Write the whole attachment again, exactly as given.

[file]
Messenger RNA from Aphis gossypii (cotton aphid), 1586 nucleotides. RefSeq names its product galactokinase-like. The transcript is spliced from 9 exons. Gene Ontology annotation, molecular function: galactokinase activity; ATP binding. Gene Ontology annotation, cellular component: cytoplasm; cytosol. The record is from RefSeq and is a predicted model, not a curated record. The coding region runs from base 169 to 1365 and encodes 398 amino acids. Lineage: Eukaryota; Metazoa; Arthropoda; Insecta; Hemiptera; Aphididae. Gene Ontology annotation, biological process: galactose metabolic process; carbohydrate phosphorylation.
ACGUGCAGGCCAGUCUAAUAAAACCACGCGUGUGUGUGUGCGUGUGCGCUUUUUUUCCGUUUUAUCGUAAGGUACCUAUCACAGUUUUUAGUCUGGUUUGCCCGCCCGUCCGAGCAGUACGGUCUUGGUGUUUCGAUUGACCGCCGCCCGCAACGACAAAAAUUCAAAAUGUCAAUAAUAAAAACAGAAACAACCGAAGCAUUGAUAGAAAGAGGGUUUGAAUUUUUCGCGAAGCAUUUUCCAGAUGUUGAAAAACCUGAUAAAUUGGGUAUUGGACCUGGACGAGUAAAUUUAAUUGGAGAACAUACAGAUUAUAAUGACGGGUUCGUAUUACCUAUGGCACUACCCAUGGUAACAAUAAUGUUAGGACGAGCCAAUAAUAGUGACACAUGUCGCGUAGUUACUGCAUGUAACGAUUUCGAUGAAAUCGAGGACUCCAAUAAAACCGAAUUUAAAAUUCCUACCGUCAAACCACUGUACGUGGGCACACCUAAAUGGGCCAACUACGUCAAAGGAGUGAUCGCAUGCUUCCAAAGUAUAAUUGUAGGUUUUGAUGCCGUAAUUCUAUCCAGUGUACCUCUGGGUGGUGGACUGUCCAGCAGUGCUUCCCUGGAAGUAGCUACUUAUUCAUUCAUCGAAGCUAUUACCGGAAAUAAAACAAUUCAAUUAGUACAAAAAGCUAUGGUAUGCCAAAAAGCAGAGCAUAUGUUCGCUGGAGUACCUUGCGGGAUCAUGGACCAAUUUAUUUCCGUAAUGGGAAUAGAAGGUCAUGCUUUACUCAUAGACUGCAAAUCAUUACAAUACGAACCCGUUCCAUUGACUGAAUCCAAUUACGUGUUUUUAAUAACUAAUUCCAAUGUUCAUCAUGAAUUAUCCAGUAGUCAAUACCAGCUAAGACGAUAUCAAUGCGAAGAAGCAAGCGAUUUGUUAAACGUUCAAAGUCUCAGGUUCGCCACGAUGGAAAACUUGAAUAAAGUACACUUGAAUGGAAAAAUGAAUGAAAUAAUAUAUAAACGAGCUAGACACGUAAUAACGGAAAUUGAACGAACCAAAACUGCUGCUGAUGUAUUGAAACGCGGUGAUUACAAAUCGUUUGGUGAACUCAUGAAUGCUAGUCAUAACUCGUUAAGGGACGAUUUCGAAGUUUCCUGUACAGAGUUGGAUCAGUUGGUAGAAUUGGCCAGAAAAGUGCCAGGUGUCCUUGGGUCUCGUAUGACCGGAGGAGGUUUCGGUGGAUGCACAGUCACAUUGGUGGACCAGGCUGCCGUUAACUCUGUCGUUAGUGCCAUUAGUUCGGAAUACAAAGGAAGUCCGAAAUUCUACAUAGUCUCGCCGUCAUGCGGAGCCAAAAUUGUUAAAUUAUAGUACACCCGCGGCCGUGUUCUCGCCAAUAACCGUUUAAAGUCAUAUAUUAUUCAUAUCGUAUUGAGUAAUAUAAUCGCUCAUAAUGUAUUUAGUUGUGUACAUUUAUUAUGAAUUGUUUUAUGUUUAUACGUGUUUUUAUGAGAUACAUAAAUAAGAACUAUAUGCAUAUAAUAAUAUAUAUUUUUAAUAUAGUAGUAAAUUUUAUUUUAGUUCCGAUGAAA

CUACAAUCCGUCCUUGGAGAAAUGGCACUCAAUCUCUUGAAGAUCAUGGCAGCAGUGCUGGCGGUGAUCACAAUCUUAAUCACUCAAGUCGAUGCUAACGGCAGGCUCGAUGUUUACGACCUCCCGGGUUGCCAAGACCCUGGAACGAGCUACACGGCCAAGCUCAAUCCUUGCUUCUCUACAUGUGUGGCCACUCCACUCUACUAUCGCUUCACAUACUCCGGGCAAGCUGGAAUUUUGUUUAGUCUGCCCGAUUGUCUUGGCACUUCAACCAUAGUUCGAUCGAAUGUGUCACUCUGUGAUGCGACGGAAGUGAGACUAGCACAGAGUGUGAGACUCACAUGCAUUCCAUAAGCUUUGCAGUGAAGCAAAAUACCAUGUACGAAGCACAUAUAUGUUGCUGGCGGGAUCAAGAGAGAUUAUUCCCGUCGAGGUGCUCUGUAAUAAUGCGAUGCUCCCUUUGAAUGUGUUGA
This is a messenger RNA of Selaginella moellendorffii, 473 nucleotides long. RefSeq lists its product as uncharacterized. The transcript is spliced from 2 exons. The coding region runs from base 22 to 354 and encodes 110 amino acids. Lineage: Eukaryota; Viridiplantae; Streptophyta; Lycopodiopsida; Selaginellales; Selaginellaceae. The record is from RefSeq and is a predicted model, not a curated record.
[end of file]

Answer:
Messenger RNA from Aphis gossypii (cotton aphid), 1586 nucleotides. RefSeq names its product galactokinase-like. The transcript is spliced from 9 exons. Gene Ontology annotation, molecular function: galactokinase activity; ATP binding. Gene Ontology annotation, cellular component: cytoplasm; cytosol. The record is from RefSeq and is a predicted model, not a curated record. The coding region runs from base 169 to 1365 and encodes 398 amino acids. Lineage: Eukaryota; Metazoa; Arthropoda; Insecta; Hemiptera; Aphididae. Gene Ontology annotation, biological process: galactose metabolic process; carbohydrate phosphorylation.
ACGUGCAGGCCAGUCUAAUAAAACCACGCGUGUGUGUGUGCGUGUGCGCUUUUUUUCCGUUUUAUCGUAAGGUACCUAUCACAGUUUUUAGUCUGGUUUGCCCGCCCGUCCGAGCAGUACGGUCUUGGUGUUUCGAUUGACCGCCGCCCGCAACGACAAAAAUUCAAAAUGUCAAUAAUAAAAACAGAAACAACCGAAGCAUUGAUAGAAAGAGGGUUUGAAUUUUUCGCGAAGCAUUUUCCAGAUGUUGAAAAACCUGAUAAAUUGGGUAUUGGACCUGGACGAGUAAAUUUAAUUGGAGAACAUACAGAUUAUAAUGACGGGUUCGUAUUACCUAUGGCACUACCCAUGGUAACAAUAAUGUUAGGACGAGCCAAUAAUAGUGACACAUGUCGCGUAGUUACUGCAUGUAACGAUUUCGAUGAAAUCGAGGACUCCAAUAAAACCGAAUUUAAAAUUCCUACCGUCAAACCACUGUACGUGGGCACACCUAAAUGGGCCAACUACGUCAAAGGAGUGAUCGCAUGCUUCCAAAGUAUAAUUGUAGGUUUUGAUGCCGUAAUUCUAUCCAGUGUACCUCUGGGUGGUGGACUGUCCAGCAGUGCUUCCCUGGAAGUAGCUACUUAUUCAUUCAUCGAAGCUAUUACCGGAAAUAAAACAAUUCAAUUAGUACAAAAAGCUAUGGUAUGCCAAAAAGCAGAGCAUAUGUUCGCUGGAGUACCUUGCGGGAUCAUGGACCAAUUUAUUUCCGUAAUGGGAAUAGAAGGUCAUGCUUUACUCAUAGACUGCAAAUCAUUACAAUACGAACCCGUUCCAUUGACUGAAUCCAAUUACGUGUUUUUAAUAACUAAUUCCAAUGUUCAUCAUGAAUUAUCCAGUAGUCAAUACCAGCUAAGACGAUAUCAAUGCGAAGAAGCAAGCGAUUUGUUAAACGUUCAAAGUCUCAGGUUCGCCACGAUGGAAAACUUGAAUAAAGUACACUUGAAUGGAAAAAUGAAUGAAAUAAUAUAUAAACGAGCUAGACACGUAAUAACGGAAAUUGAACGAACCAAAACUGCUGCUGAUGUAUUGAAACGCGGUGAUUACAAAUCGUUUGGUGAACUCAUGAAUGCUAGUCAUAACUCGUUAAGGGACGAUUUCGAAGUUUCCUGUACAGAGUUGGAUCAGUUGGUAGAAUUGGCCAGAAAAGUGCCAGGUGUCCUUGGGUCUCGUAUGACCGGAGGAGGUUUCGGUGGAUGCACAGUCACAUUGGUGGACCAGGCUGCCGUUAACUCUGUCGUUAGUGCCAUUAGUUCGGAAUACAAAGGAAGUCCGAAAUUCUACAUAGUCUCGCCGUCAUGCGGAGCCAAAAUUGUUAAAUUAUAGUACACCCGCGGCCGUGUUCUCGCCAAUAACCGUUUAAAGUCAUAUAUUAUUCAUAUCGUAUUGAGUAAUAUAAUCGCUCAUAAUGUAUUUAGUUGUGUACAUUUAUUAUGAAUUGUUUUAUGUUUAUACGUGUUUUUAUGAGAUACAUAAAUAAGAACUAUAUGCAUAUAAUAAUAUAUAUUUUUAAUAUAGUAGUAAAUUUUAUUUUAGUUCCGAUGAAA

CUACAAUCCGUCCUUGGAGAAAUGGCACUCAAUCUCUUGAAGAUCAUGGCAGCAGUGCUGGCGGUGAUCACAAUCUUAAUCACUCAAGUCGAUGCUAACGGCAGGCUCGAUGUUUACGACCUCCCGGGUUGCCAAGACCCUGGAACGAGCUACACGGCCAAGCUCAAUCCUUGCUUCUCUACAUGUGUGGCCACUCCACUCUACUAUCGCUUCACAUACUCCGGGCAAGCUGGAAUUUUGUUUAGUCUGCCCGAUUGUCUUGGCACUUCAACCAUAGUUCGAUCGAAUGUGUCACUCUGUGAUGCGACGGAAGUGAGACUAGCACAGAGUGUGAGACUCACAUGCAUUCCAUAAGCUUUGCAGUGAAGCAAAAUACCAUGUACGAAGCACAUAUAUGUUGCUGGCGGGAUCAAGAGAGAUUAUUCCCGUCGAGGUGCUCUGUAAUAAUGCGAUGCUCCCUUUGAAUGUGUUGA
This is a messenger RNA of Selaginella moellendorffii, 473 nucleotides long. RefSeq lists its product as uncharacterized. The transcript is spliced from 2 exons. The coding region runs from base 22 to 354 and encodes 110 amino acids. Lineage: Eukaryota; Viridiplantae; Streptophyta; Lycopodiopsida; Selaginellales; Selaginellaceae. The record is from RefSeq and is a predicted model, not a curated record.